Barbara: It was very logical, very thought out, very much a commitment to a logical plan. But, by the time I went to the hospital, I had made the commitment to the therapy and decided that it was going to work. I felt that it was less a desperation step for me than for a lot of the people that I saw being wheeled in there who weren't necessarily there out of choice. They didn't know what else to do. I felt that this was my choice, a real positive choice, rather than lack of anything else to do. I was very positive about it, very enthusiastic about it. I had incredible support from Robin, who backed me all the way from "what you going to do?" through "OK, then we're going to do it." He gave incredible support, did all the cooking during the years of therapy. That was pretty fantastic, pretty favorable, probably what a lot of people don't have.

Hildenbrand: That's extraordinary support. It was very, very important for you, I'm sure.

Barbara: Yes, it was absolutely amazing and wonderful. It would have been very, very, very hard doing the therapy without that.

Hildenbrand: How long do you think it took you to get well?

Barbara: I was on therapy almost two years. I probably could have stayed on it longer, actually. I liked it. I missed the foods when I went off of it. I felt it needed that amount of time. It really did. I mean, I started feeling better, but I would have episodes, and I regret that I couldn't stay on a modified diet forever. I could be in the Olympics by now if I had done that.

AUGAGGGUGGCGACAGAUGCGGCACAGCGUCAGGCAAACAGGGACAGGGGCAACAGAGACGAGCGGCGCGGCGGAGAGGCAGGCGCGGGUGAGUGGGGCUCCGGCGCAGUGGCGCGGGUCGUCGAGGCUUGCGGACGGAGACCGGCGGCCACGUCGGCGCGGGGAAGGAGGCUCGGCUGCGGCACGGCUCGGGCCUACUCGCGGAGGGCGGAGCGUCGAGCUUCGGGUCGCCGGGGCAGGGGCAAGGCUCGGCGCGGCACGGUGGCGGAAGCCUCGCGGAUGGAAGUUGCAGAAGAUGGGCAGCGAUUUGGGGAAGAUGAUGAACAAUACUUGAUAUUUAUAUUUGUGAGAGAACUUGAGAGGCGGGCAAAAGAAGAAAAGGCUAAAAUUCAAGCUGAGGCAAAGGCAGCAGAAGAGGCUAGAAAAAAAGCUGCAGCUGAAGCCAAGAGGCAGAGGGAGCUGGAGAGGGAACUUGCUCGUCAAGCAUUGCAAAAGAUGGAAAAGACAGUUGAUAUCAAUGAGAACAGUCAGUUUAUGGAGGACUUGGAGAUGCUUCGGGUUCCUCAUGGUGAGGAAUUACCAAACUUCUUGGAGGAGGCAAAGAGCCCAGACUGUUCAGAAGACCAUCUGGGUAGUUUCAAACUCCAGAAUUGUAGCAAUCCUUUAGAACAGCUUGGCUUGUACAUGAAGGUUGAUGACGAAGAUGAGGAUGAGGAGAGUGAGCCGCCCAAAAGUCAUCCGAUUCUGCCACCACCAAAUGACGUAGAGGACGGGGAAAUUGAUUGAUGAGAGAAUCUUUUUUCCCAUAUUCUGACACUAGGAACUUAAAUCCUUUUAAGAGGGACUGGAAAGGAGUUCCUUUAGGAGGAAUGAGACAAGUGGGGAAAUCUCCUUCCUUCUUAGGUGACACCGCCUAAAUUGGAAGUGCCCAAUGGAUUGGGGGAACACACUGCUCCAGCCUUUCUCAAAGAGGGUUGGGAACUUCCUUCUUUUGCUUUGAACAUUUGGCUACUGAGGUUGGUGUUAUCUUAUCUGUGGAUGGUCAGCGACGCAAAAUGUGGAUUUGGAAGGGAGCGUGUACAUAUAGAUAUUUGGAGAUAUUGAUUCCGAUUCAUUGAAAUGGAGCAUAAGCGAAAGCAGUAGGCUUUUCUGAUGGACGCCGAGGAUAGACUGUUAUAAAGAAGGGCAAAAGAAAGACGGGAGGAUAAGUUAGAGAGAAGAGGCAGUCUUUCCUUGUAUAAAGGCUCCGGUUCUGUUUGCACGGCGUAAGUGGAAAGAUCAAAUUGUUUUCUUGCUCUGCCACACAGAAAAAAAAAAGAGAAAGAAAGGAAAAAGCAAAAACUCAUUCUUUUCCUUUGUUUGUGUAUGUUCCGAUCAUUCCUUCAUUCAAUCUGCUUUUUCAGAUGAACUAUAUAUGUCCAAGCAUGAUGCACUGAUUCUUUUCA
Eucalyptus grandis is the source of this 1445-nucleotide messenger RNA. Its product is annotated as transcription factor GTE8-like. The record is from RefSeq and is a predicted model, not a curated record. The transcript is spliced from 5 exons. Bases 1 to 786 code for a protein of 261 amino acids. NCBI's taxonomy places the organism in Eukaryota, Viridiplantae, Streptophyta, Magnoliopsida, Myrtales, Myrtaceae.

Hildenbrand: What is your dietary pattern now?

Barbara: Pretty normal vegetarian diet. I don't eat fish or eggs.

Hildenbrand: Lactovegetarian, are you?

Barbara: Yes. If I eat junk food, I pay the price. If I'm so rash as to eat salted chips, I am aware that I have overstepped my boundaries. As a matter of fact, I try to encourage my family not to bring those home, and if I get my hands into a bag, everybody shouts. We're all quite aware of the effect that it will have. But I can eat basically every everything else.

Hildenbrand: Now, when you say everything, do you use those meat substitute types of foods?

Barbara: We use tofu.

Hildenbrand: You tolerate the soy products OK?

Barbara: Pretty well, but I tend to serve them more than I eat them myself.

Hildenbrand: I understand. I don't do all that well with the soy, and neither does Christeene, and that's three out of the three of us.